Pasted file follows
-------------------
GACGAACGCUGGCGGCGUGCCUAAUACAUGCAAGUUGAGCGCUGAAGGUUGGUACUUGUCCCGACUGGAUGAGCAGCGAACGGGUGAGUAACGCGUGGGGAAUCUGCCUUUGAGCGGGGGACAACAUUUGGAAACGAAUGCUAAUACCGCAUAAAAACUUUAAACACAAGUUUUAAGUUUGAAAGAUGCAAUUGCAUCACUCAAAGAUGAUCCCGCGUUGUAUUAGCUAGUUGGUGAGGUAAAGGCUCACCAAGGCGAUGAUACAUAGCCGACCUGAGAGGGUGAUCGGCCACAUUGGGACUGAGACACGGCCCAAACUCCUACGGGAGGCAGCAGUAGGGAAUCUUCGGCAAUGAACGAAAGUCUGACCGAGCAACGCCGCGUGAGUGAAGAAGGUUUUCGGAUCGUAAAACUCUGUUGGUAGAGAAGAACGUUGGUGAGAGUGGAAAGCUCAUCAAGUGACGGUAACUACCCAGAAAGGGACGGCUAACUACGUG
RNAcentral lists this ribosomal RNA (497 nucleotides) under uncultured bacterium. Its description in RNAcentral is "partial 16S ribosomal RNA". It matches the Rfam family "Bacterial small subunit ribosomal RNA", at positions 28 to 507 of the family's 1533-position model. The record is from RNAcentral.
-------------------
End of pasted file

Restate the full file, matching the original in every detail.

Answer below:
GACGAACGCUGGCGGCGUGCCUAAUACAUGCAAGUUGAGCGCUGAAGGUUGGUACUUGUCCCGACUGGAUGAGCAGCGAACGGGUGAGUAACGCGUGGGGAAUCUGCCUUUGAGCGGGGGACAACAUUUGGAAACGAAUGCUAAUACCGCAUAAAAACUUUAAACACAAGUUUUAAGUUUGAAAGAUGCAAUUGCAUCACUCAAAGAUGAUCCCGCGUUGUAUUAGCUAGUUGGUGAGGUAAAGGCUCACCAAGGCGAUGAUACAUAGCCGACCUGAGAGGGUGAUCGGCCACAUUGGGACUGAGACACGGCCCAAACUCCUACGGGAGGCAGCAGUAGGGAAUCUUCGGCAAUGAACGAAAGUCUGACCGAGCAACGCCGCGUGAGUGAAGAAGGUUUUCGGAUCGUAAAACUCUGUUGGUAGAGAAGAACGUUGGUGAGAGUGGAAAGCUCAUCAAGUGACGGUAACUACCCAGAAAGGGACGGCUAACUACGUG
RNAcentral lists this ribosomal RNA (497 nucleotides) under uncultured bacterium. Its description in RNAcentral is "partial 16S ribosomal RNA". It matches the Rfam family "Bacterial small subunit ribosomal RNA", at positions 28 to 507 of the family's 1533-position model. The record is from RNAcentral.